Andy | Hello and welcome to a special preview of the Kickstarter project Shenanigans: The Musical! We don’t often do previews for Kickstarter projects but when The People’s Orchestra contacted us letting us know that this game was for their charity we jumped at the chance to trial the prototype.
Richard | That we did, and we should mention that the Kickstarter is now live and you can get a copy of the game by backing the project for £10 and all profits will go towards the charity.
Andy | While it’s great to support a charity, we still have our work cut out and a game to preview, so Rich take it away with a rules explanation!
Richard | The game is played using a deck containing the number of cards as there are players. The deck will always contain the Manager and the Artiste and then made up of supporting characters. The aim of the game is for the Manager to call out the Artiste and players win and lose depending on the character they are. The game spans across four phases. The first of these is the power phase where each player takes turns performing the action on their current character card. Once play returns to the first player you enter the Muddle phase, where players take turns to blindly swap (or not swap) the cards of two players, one of which must be themselves. After everyone has tried their hand at muddling, everyone can look at their card to see who they now are. After this there is a second power phase, after which is the endgame.
During the endgame everyone places their character card face down in front of them. The player with the Manager card reveals it, then guesses who they think the Artiste is, if they are correct they win, if not then the artiste wins. The other players have a win condition on their character cards, and will win if this is fulfilled. During the endgame discussion is open, and players can say what they like in order to influence the Manager and so help achieve their own victory.
Andy | And that’s the game! It plays quickly with rounds lasting between five and ten minutes so while strategy is on the lighter side the game doesn’t outstay it’s welcome. Now unfortunately we’re very particular when it comes to the games we play and overall probably wouldn’t return to Shenanigans due the points Richard will make below.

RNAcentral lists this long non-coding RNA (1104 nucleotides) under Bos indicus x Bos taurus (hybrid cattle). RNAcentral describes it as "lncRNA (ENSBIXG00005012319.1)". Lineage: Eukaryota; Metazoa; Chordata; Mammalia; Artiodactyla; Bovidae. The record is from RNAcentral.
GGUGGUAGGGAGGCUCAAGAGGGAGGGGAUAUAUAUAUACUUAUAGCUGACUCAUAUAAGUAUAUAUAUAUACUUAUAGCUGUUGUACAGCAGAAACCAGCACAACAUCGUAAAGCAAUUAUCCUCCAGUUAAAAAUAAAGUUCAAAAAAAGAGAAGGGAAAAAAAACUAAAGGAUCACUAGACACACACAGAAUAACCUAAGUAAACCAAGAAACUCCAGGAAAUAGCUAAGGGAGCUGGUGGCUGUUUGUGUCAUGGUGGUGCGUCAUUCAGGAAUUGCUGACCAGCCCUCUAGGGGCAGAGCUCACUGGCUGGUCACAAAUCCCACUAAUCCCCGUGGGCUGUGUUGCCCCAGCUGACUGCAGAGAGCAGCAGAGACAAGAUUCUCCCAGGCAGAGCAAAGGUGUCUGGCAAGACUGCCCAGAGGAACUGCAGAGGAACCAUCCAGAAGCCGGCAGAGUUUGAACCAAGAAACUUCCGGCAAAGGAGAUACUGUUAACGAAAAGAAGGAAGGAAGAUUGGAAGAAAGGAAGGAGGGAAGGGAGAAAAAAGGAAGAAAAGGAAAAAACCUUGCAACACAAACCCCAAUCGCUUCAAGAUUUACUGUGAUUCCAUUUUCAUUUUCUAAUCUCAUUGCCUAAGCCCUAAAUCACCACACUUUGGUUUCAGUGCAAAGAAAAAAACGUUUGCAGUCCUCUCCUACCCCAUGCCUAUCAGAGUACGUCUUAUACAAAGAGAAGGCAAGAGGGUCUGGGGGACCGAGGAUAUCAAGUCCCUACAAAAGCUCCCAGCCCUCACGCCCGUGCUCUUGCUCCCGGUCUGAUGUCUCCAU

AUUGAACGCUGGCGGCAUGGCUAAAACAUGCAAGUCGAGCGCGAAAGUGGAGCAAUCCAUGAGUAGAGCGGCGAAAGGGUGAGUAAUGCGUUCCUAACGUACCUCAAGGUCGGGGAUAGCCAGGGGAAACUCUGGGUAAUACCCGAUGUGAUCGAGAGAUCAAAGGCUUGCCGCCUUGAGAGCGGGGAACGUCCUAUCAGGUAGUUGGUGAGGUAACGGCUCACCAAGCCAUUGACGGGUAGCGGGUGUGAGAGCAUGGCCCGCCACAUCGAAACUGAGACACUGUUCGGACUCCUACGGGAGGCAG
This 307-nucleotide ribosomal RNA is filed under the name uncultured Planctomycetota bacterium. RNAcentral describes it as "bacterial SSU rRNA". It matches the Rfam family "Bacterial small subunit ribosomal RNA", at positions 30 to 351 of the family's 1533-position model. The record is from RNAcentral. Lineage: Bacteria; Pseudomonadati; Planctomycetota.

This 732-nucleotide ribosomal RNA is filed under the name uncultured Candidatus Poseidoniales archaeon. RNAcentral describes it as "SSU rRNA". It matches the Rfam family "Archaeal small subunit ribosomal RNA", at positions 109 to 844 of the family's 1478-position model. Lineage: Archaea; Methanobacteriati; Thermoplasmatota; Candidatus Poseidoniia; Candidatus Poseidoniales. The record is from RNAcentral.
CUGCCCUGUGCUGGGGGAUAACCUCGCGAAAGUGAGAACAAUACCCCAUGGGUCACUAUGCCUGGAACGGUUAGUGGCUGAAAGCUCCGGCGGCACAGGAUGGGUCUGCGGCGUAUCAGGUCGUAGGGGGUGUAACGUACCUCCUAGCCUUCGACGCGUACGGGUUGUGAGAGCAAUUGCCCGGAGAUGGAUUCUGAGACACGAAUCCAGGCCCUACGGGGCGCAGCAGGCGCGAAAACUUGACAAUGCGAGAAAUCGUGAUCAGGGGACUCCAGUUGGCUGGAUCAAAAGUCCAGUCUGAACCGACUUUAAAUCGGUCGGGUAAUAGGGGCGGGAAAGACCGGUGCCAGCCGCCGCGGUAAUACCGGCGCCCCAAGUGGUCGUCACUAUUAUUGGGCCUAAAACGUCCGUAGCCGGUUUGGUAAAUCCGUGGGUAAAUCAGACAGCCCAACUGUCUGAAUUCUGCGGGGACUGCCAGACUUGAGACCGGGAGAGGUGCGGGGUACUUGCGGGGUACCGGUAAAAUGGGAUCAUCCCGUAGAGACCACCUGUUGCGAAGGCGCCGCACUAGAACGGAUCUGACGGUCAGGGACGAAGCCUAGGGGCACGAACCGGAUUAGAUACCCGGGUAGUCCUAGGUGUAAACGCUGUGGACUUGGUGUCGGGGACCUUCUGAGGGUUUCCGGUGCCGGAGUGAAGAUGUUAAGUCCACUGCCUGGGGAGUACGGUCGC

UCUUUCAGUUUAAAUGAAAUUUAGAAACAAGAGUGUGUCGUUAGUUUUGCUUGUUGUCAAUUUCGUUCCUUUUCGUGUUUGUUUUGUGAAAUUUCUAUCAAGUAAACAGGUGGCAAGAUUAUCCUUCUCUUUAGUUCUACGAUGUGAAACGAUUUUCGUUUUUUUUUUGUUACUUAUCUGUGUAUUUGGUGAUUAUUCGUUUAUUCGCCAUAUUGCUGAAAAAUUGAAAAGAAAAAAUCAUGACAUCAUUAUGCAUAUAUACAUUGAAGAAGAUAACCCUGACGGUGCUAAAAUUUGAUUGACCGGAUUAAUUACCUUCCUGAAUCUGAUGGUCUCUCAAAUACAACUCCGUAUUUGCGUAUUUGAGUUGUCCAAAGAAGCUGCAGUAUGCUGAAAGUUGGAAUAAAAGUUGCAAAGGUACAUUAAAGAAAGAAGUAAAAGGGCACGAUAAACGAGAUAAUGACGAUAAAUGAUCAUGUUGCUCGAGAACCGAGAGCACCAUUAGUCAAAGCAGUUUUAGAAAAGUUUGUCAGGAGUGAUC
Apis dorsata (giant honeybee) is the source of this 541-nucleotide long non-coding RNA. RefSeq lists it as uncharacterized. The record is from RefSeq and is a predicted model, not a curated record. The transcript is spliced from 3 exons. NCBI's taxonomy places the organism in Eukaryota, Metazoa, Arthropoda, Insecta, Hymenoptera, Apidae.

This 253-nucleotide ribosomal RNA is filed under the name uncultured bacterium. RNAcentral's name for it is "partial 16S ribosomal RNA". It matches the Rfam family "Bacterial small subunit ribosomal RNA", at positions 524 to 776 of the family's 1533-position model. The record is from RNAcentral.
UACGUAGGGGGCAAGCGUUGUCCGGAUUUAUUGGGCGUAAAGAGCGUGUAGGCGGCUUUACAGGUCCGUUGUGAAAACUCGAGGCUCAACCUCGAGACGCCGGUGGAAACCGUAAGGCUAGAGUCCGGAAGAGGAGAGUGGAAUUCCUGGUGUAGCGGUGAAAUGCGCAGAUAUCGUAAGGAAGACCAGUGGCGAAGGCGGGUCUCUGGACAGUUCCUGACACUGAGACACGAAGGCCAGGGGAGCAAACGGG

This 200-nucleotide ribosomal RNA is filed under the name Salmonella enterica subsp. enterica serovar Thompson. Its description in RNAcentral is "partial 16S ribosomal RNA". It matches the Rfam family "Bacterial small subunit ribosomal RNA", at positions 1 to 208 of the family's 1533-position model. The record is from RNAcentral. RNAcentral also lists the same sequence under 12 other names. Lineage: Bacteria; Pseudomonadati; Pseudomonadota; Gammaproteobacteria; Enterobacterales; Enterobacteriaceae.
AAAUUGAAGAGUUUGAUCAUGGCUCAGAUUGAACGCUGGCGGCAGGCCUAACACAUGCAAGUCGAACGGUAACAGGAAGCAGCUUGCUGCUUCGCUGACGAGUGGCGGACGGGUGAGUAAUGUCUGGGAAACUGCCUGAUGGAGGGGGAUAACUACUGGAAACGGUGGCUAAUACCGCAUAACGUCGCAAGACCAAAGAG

However, it’s important to remember that this target audience probably isn’t board game reviewers. Objectively this isn’t a fantastic game but that can’t, shouldn’t and most definitely won’t stop you having some fun. This is a game you can enjoy as a family, playing with children or a group of non-gamers who want something silly to play either on a boozy summer’s day.
Richard | Yeah I think it’s fair to say it wasn’t for us but we’ve definitely experienced worst games and have no ill feelings toward Shenanigans. We do however, have some reservations about some of the finer points.
While a subjective thing, the cartoony art doesn’t endear the game to us and it somewhat clashes with the style on the back of the cards. There’s specific styles of cartoon that can still look appealing without being childish and this just doesn’t quite work out.
More objectively looking however the similarity of the characters makes the game a little less varied. We can understand why, having to hide as the Artiste can be challenging but in a game with two rounds of power usage, having a bit more to it would greatly increase the fun. You can include some of the sillier characters to mix things up but it doesn’t add to the strategy, just to the silliness which for us, doesn’t add to the fun.
Ultimately, it’s an OK game but if I were to play something along these lines I’d go for Mascarade every time. It revels in it’s chaos, it looks lovely and more importantly it’s character guide lets you be aware of everything that’s possible. This unfortunately wouldn’t quite work with Shenanigans due to the hunt at the end of the game for the Artiste.
This all boils down to the fact that Mascarade is designed by veteran designer Bruno Faidutti whereas Shenanigans is Gregory Carslaw’s fifth game.
Andy | So we do have some qualms about the game but that’s because we’re used to looking at games analytically. It’s absolutely fantastic the People’s Orchestra has decided to sell a board game to raise money to support their charity. More should be done to make board games a power for good.
You and some mates could sit round and have a good blast of fun and silliness with this game and have no regrets. However, if they’ve already waded in to board game waters, this might come out just a little too shallow.
If you’re interested however, the Kickstarter is now live, there’s only a small target to raise and it’s all for a fantastic cause.